"Open lines of communication are important for any relationship, and even more so in a relationship where one partner has erectile dysfunction," Roker said. "Having an open line of communication can prevent misunderstandings and hurt feelings, and helps you to come up with productive plans to have a healthy and enjoyable sexual portion of your relationship."
Kyle recommended opening discussions about your partner's ED with your clothes on and not immediately before or after any kind of sexual activity.
In terms of language to use to kick off a conversation, he suggested saying something casual, similar to, "Hey, I noticed we had some problems last night. What are some things we can do?"
2. Normalize the issue
As men get older, a higher percentage of them will develop erection issues, said Michael Werner, M.D., the medical director and founder of Maze Sexual & Reproductive Health in New York City and Purchase, New York.
"One thing I always say to men is you should expect that during your lifetime. If you are lucky enough to live long enough, you will have erection issues," he said. "Just like if you live long enough, you're going to need reading glasses."
Similarly, it can be helpful for a partner to verbally accept and acknowledge ED as normal, common and manageable.
"If both members of the couple say, 'This is just a normal part of the aging process. It's not catastrophic and we'll work on it together as a team,' that's very helpful," Werner said.
3. Don't criticize or compare
"Your feelings about your partner's ED are valid, but reacting in an angry or critical manner in the moment can make the problem worse," Perri said. "Your partner may even start to avoid sex, fearing your negative reaction if ED symptoms were to occur."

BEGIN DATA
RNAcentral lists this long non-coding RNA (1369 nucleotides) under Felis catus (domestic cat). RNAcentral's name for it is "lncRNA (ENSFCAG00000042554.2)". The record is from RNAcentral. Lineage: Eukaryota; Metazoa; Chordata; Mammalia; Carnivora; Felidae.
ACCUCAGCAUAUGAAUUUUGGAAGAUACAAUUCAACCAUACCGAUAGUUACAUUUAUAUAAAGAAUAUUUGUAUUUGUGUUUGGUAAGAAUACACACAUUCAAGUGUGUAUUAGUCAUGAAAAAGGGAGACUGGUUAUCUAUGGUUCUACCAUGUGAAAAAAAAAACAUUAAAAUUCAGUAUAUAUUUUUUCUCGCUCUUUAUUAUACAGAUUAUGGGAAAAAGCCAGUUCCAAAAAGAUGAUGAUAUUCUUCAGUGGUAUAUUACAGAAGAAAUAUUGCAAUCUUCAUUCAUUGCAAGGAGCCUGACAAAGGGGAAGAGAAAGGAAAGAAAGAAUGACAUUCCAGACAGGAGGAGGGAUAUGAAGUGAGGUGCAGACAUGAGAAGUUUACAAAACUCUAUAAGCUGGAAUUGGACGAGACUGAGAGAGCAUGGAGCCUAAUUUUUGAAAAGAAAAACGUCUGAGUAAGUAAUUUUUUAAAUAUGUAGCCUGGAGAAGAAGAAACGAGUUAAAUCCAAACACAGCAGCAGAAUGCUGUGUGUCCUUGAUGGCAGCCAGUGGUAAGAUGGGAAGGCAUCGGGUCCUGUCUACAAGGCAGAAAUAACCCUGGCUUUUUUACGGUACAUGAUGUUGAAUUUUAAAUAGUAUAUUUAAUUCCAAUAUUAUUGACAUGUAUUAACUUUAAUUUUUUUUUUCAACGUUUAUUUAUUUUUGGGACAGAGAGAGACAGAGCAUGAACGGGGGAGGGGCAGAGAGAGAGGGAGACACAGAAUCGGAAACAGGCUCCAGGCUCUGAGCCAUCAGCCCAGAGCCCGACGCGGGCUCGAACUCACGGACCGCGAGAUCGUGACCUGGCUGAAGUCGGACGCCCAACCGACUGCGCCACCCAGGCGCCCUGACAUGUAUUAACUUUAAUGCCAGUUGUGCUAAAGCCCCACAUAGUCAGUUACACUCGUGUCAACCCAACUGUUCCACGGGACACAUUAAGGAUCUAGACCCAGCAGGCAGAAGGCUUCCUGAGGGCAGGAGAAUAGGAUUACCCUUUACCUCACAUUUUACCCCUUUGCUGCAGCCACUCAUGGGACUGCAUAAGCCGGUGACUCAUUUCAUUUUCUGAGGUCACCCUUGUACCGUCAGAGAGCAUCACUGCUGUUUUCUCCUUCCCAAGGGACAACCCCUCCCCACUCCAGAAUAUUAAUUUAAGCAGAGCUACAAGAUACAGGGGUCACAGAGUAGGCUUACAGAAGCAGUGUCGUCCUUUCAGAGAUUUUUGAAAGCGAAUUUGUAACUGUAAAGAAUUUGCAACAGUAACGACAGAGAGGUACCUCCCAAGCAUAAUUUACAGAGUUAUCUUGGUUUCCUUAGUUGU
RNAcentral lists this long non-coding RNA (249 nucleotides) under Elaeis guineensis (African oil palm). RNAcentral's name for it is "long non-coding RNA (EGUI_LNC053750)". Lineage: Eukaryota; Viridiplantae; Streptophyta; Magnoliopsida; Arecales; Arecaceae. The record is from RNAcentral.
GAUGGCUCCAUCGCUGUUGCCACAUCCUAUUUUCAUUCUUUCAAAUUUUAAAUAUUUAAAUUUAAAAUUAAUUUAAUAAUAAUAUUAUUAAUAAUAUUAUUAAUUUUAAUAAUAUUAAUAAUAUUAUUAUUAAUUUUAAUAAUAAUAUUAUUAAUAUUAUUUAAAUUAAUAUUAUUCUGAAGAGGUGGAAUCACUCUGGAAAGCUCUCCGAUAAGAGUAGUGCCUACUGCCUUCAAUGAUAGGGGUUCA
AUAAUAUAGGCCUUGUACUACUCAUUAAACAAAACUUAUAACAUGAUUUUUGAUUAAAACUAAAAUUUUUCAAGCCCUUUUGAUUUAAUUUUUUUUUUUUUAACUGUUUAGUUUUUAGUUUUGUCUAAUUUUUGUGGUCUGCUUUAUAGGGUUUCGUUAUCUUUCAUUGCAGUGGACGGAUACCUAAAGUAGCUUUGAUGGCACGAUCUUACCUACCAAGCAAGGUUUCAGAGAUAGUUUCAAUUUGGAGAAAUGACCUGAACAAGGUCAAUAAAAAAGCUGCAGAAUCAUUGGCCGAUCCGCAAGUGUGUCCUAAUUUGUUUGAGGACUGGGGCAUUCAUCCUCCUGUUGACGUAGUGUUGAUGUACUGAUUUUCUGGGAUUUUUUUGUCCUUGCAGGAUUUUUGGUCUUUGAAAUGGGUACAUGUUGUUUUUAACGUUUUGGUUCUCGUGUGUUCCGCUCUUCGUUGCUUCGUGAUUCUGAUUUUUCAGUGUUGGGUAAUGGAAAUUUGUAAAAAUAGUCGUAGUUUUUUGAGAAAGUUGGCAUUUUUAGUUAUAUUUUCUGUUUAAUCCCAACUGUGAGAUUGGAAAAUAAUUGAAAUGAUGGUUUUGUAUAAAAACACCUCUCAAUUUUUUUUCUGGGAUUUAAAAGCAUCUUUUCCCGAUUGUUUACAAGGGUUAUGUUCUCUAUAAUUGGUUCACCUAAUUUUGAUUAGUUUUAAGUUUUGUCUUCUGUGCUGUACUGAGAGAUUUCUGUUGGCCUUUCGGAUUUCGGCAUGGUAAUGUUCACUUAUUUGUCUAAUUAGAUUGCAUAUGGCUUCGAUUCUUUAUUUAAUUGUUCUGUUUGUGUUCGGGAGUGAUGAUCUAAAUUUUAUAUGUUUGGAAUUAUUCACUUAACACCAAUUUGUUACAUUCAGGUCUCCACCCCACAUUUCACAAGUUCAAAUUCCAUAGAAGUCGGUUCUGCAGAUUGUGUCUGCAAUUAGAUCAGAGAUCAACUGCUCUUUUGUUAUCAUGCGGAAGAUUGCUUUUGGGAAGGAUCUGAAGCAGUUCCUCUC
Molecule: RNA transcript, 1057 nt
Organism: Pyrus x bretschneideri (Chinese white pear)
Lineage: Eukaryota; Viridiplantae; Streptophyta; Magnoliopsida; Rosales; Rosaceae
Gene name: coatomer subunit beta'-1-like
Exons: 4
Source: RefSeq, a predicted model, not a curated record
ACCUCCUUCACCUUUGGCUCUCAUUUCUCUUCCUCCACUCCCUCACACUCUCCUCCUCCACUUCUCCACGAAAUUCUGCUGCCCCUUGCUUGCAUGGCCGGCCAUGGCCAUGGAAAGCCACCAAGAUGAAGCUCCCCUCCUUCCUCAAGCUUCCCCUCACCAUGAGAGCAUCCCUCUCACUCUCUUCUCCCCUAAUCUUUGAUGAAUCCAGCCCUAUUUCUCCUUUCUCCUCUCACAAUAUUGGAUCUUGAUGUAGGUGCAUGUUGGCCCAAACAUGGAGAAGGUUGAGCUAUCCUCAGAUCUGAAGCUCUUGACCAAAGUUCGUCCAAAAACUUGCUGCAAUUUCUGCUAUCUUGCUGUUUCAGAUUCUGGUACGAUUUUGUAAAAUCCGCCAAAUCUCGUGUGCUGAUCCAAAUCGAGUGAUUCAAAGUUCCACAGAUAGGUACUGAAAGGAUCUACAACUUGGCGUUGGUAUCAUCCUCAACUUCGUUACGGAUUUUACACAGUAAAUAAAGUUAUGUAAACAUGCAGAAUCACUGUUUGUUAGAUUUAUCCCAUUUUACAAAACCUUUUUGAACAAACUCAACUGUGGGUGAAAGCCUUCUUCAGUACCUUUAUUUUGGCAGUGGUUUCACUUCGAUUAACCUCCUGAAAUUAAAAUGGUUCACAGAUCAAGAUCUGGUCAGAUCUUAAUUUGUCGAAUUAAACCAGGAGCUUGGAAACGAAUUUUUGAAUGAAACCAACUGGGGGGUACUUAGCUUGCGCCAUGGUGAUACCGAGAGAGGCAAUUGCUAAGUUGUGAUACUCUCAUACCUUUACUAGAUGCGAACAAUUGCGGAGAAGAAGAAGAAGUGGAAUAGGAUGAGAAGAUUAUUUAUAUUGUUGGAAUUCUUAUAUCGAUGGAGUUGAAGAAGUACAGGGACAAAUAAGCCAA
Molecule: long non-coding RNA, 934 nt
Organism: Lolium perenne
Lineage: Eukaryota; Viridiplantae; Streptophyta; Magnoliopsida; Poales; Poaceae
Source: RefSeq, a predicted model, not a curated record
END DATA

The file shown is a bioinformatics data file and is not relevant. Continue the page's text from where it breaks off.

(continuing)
She stressed the importance of avoiding comparisons to previous partners or implying that this has never happened with anyone else.
"These comments are hurtful and can lead to feelings of inadequacy," she said. "No one wants to be compared [in a negative way] to their partner's exes, especially sexually."
4. Seek professional help
Suggest that your boyfriend consult with a healthcare professional, such as a urologist or sex therapist, Snyder suggested. An expert third party can help determine the cause of erectile dysfunction and recommend appropriate treatments or lifestyle changes.
Men are notorious for not seeking help until forced to, he said, so it can be helpful if the two of you find a doctor or therapist together.
5. Seek ED solutions
Werner often reassures his patients, "If you have a penis, we can get you an erection."
In addition, he suggested that lifestyle changes—get more exercise and limit alcohol consumption—can have a positive impact on erectile function.
6. Explore alternative forms of intimacy
Remember that physical intimacy doesn't solely rely on erections or sexual intercourse.
"There are many ways to be sexually intimate with a partner that don't involve the fully erect penis," Kyle said. "When you relieve some of that pressure, the performance anxiety may take care of itself."
To take the pressure off the penis's performance, Perri suggested trying to "broaden your sexual repertoire." She recommended exploring other forms of intimacy, such as oral sex, manual stimulation and sex toys.
Don't let a manageable disorder that you're not responsible for derail a relationship you want to pursue. Sometimes, men need a gentle nudge to seek help. And if they know you're there to help, the process can be easier for everyone involved.